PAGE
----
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I am building an admin area using CodeIgniter 2, where the admin has the ability to add specific images that are "blank", when it comes to text overlay. When they upload the image, they should have a way of defining certain paths on which regular users can add desired text. Basically, this can be used for shirts, mugs...any type of custom printable surfaces.

The paths need to support straight lines, bezier curves and circles. And one base image needs to support multiple paths.

I used the Raphael JS library and SVG.

Here is my current approach:

  • I open up the base image in InkScape and draw a path
  • Export the path as SVG
  • Use that path for creating a Raphael JS path
  • Place the text on that path

The problem with this approach is that some letters display rather strange when placed on a curved/circular path and I can't quite place it exactly where it needs to be, so there is some offset letters that I just can't have.

Here is a sample site of where this kind of stuff has been implemented using .net. Basically, you enter the text in Line 1, Line 2 etc. and it displays on the badge on the right hand side. It also retains the text in the defined region, so if you enter more text than can fit in the region, it squeezes the text so it could fit.

Does anyone have any pointers for me as to what I should be looking for? Main points being: the paths/regions need to be defined by the admin (using JS or a third party application) and the text must be placed on those paths.

This does not have to be done using HTML5, it can be done using any kind of PHP library as well.

share|improve this question
On a side note, I understand that ImageMagick could be the way to go on this project, but I'm unaware of how I could define the paths for the text. – Lazar Vuckovic Apr 24 '12 at 10:05
I'm doing something similar, will provide some ideas later. – halfer Apr 24 '12 at 14:26
Since there's been no further activity on this question, may I suggest you accept my answer? Thanks. – halfer May 15 '12 at 21:15
@halfer I accepted this as the answer, since no one else cared to give their 2 cents. Thanks for giving it a go. – Lazar Vuckovic May 16 '12 at 8:54
I got pulled to working on another project for a while, but I will get back to working on this in a few days. How about I rephrase and post a new question? I would be adding screenshots and better explanation of what needs to be accomplished. Please let me know your thoughts on this :) – Lazar Vuckovic May 16 '12 at 13:23
up vote 0 down vote accepted

Right, if your paths can be defined by an admin, rather than by the user, then draw them in Inkscape and get Inkscape to do your rendering on the server. This is easy to achieve on the command line, though of course you'll need admin access to your server to install Inkscape. Then, where a path needs to support text, give it a special id that you can recognise in your application, then rewrite the SVG file using one of PHP's XML writers, and convert using Inkscape to PNG output.

If you get text input from users then you'll need to do a certain amount of cleaning (swapping angle-brackets to their htmlentities etc) but otherwise it's quite easy. Files take around 0.7 sec to process on my dev machine, and if you expect much in the way of load, you can do it on a queue.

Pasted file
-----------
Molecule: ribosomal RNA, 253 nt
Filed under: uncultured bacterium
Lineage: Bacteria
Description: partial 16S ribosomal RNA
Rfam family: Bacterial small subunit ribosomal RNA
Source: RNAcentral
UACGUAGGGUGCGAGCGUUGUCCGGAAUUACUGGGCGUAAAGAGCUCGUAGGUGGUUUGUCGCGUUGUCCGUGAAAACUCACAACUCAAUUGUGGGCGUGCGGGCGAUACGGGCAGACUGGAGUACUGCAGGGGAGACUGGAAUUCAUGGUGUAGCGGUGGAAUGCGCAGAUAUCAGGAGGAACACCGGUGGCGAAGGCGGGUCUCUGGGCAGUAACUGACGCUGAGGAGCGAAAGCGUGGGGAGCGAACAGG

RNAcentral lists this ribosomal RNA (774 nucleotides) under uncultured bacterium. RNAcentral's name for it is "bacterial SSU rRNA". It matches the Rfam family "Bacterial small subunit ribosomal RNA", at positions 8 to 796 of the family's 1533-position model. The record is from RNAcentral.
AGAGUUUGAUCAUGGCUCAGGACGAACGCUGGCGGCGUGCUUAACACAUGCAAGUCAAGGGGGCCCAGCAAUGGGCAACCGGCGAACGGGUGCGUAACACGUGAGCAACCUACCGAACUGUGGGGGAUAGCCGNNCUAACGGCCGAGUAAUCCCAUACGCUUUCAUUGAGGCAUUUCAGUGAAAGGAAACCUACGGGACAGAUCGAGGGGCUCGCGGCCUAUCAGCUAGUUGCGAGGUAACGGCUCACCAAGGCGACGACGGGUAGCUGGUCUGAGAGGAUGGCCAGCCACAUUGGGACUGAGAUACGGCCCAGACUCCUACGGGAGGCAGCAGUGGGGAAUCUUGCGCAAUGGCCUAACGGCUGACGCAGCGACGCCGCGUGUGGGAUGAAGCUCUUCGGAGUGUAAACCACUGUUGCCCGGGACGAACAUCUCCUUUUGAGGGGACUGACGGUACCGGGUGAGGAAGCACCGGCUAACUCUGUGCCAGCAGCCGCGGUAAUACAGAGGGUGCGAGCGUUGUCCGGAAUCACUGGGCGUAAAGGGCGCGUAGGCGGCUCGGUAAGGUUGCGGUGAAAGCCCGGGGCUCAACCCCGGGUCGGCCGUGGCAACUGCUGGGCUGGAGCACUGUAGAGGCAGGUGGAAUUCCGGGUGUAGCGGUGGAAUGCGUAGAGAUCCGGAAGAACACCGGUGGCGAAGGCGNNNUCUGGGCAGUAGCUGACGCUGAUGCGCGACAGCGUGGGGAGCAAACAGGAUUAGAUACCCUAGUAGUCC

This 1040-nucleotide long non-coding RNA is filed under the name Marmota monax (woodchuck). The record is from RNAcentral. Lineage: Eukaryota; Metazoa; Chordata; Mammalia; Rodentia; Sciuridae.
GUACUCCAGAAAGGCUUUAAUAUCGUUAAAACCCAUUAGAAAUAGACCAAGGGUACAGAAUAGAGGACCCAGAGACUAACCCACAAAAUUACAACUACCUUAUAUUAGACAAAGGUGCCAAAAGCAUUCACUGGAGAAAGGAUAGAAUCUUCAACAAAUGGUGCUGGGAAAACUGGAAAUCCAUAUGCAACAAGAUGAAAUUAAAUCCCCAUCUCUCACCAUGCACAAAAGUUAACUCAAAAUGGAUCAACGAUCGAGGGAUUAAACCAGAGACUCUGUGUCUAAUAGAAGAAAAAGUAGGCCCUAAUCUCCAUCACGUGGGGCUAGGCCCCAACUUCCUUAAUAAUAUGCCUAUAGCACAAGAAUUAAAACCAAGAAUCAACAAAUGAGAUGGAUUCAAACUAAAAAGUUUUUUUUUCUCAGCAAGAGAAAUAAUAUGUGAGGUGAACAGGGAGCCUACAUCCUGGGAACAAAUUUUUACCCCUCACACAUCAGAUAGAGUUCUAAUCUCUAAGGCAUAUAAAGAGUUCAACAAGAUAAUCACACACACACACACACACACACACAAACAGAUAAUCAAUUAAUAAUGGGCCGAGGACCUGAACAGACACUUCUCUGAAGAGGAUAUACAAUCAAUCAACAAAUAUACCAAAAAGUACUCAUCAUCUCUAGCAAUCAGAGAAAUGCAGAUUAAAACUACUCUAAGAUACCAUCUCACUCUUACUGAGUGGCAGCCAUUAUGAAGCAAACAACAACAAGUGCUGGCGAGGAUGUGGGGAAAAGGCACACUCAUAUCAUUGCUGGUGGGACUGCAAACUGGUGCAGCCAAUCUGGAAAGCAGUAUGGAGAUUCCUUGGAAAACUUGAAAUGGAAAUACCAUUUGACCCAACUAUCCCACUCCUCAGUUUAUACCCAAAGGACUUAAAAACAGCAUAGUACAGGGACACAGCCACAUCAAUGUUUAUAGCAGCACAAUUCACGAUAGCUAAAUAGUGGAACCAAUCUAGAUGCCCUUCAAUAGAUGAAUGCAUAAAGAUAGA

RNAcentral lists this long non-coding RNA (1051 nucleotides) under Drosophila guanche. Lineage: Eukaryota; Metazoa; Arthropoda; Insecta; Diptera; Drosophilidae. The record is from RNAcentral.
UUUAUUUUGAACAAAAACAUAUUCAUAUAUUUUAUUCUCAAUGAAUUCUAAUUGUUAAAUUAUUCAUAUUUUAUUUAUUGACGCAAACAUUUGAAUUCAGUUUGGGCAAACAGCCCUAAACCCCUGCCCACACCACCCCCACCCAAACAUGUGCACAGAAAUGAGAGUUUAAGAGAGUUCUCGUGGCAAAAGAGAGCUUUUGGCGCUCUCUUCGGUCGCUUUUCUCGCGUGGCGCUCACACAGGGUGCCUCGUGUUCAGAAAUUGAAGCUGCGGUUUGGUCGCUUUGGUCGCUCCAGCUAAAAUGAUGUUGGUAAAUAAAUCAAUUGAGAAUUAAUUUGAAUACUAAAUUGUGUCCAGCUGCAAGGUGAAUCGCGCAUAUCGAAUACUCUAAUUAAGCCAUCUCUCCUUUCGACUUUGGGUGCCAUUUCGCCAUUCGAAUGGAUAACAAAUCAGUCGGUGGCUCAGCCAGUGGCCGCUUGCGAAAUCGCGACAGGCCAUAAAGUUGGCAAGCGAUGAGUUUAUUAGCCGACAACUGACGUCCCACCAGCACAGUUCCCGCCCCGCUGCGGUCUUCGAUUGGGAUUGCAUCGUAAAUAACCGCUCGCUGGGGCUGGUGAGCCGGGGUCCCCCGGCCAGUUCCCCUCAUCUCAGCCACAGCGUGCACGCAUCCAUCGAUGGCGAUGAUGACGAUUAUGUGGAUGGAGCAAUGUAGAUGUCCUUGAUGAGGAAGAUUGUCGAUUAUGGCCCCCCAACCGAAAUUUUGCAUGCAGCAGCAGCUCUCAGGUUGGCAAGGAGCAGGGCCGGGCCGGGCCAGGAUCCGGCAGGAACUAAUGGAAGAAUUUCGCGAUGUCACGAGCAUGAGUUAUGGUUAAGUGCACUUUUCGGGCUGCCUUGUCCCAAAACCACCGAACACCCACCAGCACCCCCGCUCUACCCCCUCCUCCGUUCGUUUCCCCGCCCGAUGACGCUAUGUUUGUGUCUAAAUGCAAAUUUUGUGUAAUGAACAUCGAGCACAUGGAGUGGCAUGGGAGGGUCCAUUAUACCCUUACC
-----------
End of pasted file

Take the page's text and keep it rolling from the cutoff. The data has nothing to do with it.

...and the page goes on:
Edit: it's not as quick as Raphael, but it's much more reliable in terms of browser support. I've not looked into Raphael much, but I'm pretty sure the text flow stuff I'm doing just doesn't have good support client-side (yet, anyway).

Edit 2: this is what my current work looks like. The item on the left is an SVG template, rendered in-browser as a low-res PNG image, and the input boxes on the right are editing boxes (the last one containing symbols is using a home-made markup syntax, in case you're wondering). Now, the red outlines are bounding boxes that are retrieved using the Inkscape CLI. So, since we can detect an outline, in your case, you could determine by what percentage some text has overrun, and reduce the font-size inside a tspan element accordingly. (When you say "transform", I presume you mean "reduce in size").

That would be in effect a poor man's auto-fit feature. It would be nice if there was direct support in SVG for that, but I am not aware that there is. But, it does sound like the above suggestion would work for your case.

Snapshot of my Inkscape rendering

share|improve this answer
Thanks for your input, I really appreciate it. However, I'm not quite sure I can achieve the result I need with the technique you described. Let's say I have defined an arc path and I need to place a text on it's center. If there are only a few letters, I can accomplish this, but when there are more letters than can fit on the specified path, I need to transform each letter to make the text fit the path. Is this something that can be achieved with the method you described? Thanks for taking the time to answer. – Lazar Vuckovic Apr 24 '12 at 15:05
I've updated my post. – halfer Apr 24 '12 at 15:45
Thanks for the extensive reply. I will try out this solution and let you know how it went. I appreciate the time you've spent with this and I'll be sure to upvote when I get enough reputation points. Also, I'll accept the answer if nobody else provides another solution that works better for my case. – Lazar Vuckovic Apr 24 '12 at 16:32
No worries. Check out the help on the Inkscape command line for tips. You'll need --without-gui (self-explanatory) and --query-all (to get element bounding boxes). Plus --export-png and export-pdf of course. – halfer Apr 24 '12 at 16:36

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